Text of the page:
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The Harps and Gear I Used to Record “50 Grand”

“50 Grand” is the only piece on my record “The Lucky One” that has something close to a standard 12-bar blues structure. I broke up the 12-bar form with a vamp that includes a cool harmonica horn section, and the lyric structure–unlike a typical blues–does not repeat lines. So it’s a blues, but it’s not quite a traditional blues.

You can hear the full version of “50 Grand” using the player below. “50 Grand” is the third song–use the fast forward button to scroll to it.



As you can hear, the harmonica work on this song is all about the blues. The piece is dedicated to Charlie Musselwhite and Little Feat, and you can hear the former in the harp fills and solo and the latter in the groove and the arrangement.

The rhythm section on “50 Grand” is the same as every other song on the record: Mike “SloMo” Brenner on lap steel, Mark Schreiber on drums, and John Cunningham on bass. To that I add a whole lotta harmonica tracks, all recorded with a Seydel Session Steel harp in Bb played in second position, a Audix Fireball V mic, and a Digitech RP500 running my patch set:

  • A harp pitch-shifted an octave down, another pitch-shifted an octave up, and another using my ChampB patch (Fender Champ amp model plus Bassman 4×10 cabinet model, the same one I include in every one of my RP patch sets) for the horn section;
  • A harp running a rotating speaker patch for an organ sound; that’s the wobble sound for this song;
  • A harp running an autowah patch for squelchy chord hits on 2 and 4;
  • Another harp running the ChampB patch that just chunka-chunks away with a tongued rhythm, down low in the mix, to juice up the drums a little; that’s a trick I learned 37 years ago from Don Brooks; and
  • Still another harp running the ChampB patch, which plays all the fills and the solo.

  • That’s seven harp parts in this piece. Wow! In performance, I think you can get by with two–we’ll talk about that in a minute.

    Recording “50 Grand”

    Digitech RP500: Yep, it’s the rig on this one too


    In the studio, I recorded fills and a solo live with the band while I did a scratch vocal. I ended up keeping the fills and recording another solo in my studio, using the same ChampB patch. The great thing about using the RP500 with a direct line to the board (either audio or USB, take yer pick) is that every time you record with that patch, you’ll get the same sound. So you need to overdub a phrase or an entire solo later? No problem.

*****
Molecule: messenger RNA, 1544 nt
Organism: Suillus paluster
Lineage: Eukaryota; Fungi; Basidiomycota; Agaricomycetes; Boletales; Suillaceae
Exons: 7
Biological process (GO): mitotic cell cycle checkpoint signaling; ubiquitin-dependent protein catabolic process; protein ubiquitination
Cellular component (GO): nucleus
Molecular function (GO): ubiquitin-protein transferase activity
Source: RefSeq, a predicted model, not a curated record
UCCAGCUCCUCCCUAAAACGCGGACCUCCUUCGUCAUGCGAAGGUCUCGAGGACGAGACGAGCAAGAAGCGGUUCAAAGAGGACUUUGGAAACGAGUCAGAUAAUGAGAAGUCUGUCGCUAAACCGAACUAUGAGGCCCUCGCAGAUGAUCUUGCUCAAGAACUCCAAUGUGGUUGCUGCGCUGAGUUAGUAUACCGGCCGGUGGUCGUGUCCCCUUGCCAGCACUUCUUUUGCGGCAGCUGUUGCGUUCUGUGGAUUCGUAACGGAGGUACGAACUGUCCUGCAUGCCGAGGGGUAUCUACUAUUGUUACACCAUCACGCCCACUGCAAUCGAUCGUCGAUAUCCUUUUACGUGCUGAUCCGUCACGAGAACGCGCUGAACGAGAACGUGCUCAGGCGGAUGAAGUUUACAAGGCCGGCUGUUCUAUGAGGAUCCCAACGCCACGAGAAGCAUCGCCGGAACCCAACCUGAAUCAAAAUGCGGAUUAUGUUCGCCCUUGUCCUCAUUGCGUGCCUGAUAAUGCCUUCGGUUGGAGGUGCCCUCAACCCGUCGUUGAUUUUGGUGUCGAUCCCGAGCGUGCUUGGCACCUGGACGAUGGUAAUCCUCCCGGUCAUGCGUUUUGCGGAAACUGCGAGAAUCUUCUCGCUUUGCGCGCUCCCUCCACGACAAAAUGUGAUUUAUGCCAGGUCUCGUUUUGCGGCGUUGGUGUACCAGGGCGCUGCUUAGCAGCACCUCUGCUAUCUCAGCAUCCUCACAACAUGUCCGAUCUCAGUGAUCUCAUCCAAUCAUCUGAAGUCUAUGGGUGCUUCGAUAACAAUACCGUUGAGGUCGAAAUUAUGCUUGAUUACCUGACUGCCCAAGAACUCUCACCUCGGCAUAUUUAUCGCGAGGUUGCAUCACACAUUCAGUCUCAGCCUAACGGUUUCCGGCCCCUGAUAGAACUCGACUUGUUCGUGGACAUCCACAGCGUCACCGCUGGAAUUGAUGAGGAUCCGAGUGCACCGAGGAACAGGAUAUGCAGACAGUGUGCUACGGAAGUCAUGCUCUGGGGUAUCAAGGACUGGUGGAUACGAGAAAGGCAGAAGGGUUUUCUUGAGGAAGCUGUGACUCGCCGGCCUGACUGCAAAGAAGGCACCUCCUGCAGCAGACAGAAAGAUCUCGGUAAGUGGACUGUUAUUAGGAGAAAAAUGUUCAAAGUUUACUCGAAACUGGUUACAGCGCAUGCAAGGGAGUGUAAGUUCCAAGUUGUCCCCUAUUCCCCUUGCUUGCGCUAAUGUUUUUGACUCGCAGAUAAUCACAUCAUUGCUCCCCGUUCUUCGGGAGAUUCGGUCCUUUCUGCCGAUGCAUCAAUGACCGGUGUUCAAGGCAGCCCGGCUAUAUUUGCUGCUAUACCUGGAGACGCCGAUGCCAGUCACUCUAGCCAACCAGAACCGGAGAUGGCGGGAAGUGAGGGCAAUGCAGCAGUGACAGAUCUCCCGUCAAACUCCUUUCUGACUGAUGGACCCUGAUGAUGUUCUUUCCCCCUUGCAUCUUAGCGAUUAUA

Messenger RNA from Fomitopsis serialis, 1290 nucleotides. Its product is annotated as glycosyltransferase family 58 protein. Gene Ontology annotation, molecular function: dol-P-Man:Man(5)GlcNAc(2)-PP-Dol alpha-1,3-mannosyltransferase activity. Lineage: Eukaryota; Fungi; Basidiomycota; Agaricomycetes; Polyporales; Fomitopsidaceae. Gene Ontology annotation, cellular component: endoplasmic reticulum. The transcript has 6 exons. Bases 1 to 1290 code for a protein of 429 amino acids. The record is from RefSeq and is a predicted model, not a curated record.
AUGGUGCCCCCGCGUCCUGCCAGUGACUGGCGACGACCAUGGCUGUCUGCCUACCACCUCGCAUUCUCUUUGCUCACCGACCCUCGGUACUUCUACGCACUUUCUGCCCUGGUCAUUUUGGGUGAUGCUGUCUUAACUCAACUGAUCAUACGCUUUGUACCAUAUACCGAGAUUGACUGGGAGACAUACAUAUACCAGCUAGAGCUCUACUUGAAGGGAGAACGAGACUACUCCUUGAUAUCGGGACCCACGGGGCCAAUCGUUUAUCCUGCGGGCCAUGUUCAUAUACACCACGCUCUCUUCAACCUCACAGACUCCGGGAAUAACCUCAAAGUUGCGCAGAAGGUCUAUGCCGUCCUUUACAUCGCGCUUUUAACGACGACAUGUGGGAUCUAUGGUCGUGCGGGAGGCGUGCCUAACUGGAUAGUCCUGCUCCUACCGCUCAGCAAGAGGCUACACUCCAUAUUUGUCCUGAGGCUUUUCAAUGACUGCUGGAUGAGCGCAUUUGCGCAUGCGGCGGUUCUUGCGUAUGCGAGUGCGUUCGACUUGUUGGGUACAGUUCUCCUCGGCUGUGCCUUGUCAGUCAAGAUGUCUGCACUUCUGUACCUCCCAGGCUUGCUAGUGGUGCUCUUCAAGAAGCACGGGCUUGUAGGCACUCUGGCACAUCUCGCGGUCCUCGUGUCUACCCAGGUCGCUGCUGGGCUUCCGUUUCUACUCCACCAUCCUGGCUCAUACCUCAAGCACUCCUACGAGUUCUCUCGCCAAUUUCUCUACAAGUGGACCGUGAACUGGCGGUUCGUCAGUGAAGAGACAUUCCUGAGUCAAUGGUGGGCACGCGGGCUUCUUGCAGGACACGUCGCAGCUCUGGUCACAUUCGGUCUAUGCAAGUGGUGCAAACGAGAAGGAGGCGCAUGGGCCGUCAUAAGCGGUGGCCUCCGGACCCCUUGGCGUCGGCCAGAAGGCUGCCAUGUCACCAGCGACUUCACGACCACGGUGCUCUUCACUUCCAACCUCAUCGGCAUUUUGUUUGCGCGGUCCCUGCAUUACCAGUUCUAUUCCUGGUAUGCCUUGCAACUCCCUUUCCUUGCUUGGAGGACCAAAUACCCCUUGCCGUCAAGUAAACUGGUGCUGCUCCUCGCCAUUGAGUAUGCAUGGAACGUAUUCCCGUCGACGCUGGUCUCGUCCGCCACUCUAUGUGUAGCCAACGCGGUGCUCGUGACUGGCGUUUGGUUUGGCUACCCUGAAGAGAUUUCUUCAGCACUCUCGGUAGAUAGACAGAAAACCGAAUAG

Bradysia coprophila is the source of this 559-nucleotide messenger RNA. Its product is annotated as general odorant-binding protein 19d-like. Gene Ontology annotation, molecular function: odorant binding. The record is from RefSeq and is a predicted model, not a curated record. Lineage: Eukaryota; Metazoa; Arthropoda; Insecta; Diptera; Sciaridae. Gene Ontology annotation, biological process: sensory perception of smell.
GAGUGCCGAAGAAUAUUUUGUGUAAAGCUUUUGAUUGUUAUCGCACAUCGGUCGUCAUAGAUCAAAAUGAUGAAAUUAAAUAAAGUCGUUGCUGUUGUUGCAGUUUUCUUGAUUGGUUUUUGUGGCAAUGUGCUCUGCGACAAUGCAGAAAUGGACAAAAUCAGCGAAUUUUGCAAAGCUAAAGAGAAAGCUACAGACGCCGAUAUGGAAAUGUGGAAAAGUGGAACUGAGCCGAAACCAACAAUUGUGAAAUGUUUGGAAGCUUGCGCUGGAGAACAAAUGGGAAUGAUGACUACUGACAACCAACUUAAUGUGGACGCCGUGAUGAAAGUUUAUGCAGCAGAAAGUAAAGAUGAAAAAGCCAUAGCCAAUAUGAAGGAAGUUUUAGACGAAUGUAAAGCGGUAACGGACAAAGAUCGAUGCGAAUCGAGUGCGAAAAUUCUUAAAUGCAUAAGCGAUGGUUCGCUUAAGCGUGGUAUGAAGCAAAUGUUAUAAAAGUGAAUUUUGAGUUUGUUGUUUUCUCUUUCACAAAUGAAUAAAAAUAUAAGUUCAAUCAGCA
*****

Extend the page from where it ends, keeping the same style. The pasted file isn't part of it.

I laid in the horn section, organ, autowah, and chunka-chunk parts in straight passes (more or less) in my home studio, connecting the RP500 via USB to the Sonar software I use for recording. The solo was the most demanding part of this process, because, well, y’know, I like my solos to sound good. Or better yet, great. It took me a little while to decide that I wanted to re-do the solo I’d done in the studio, which was really pretty good, but did I mention that I prefer great? Once I decided to re-do it, I recorded the first two choruses in one pass, and the third in 2-3 takes.

    Then it was on to the vocals, which is another story for another time.

    Performing “50 Grand”

    So there are seven harp parts on this record. Hmmmm… I doubt that I will frequently see seven harp players on any stage, for any reason, playing this song included. However, the most important harmonica parts on this piece are the organ sound and the lead. It might be nice to have a third harp player to cover one or more of the horn section lines, but you’d get a pretty good horn section sound with one of the players covering the low octave and the other covering either the high octave or the normal range blues harp. (Or two of any of those parts, assuming one player equipped with two RPs running in parallel, or with a single multitimbral pitch shfiter such as a HOG or POG from Electro-Harmonix. Easy enough if you have the gear.) With three harp players, you could cover the whole section. Because the sounds are right at your feet with the RP500, the harp players can just switch back and forth between sounds as needed with a footswitch press. Easy. Get a harp-playing buddy and start working those parts out!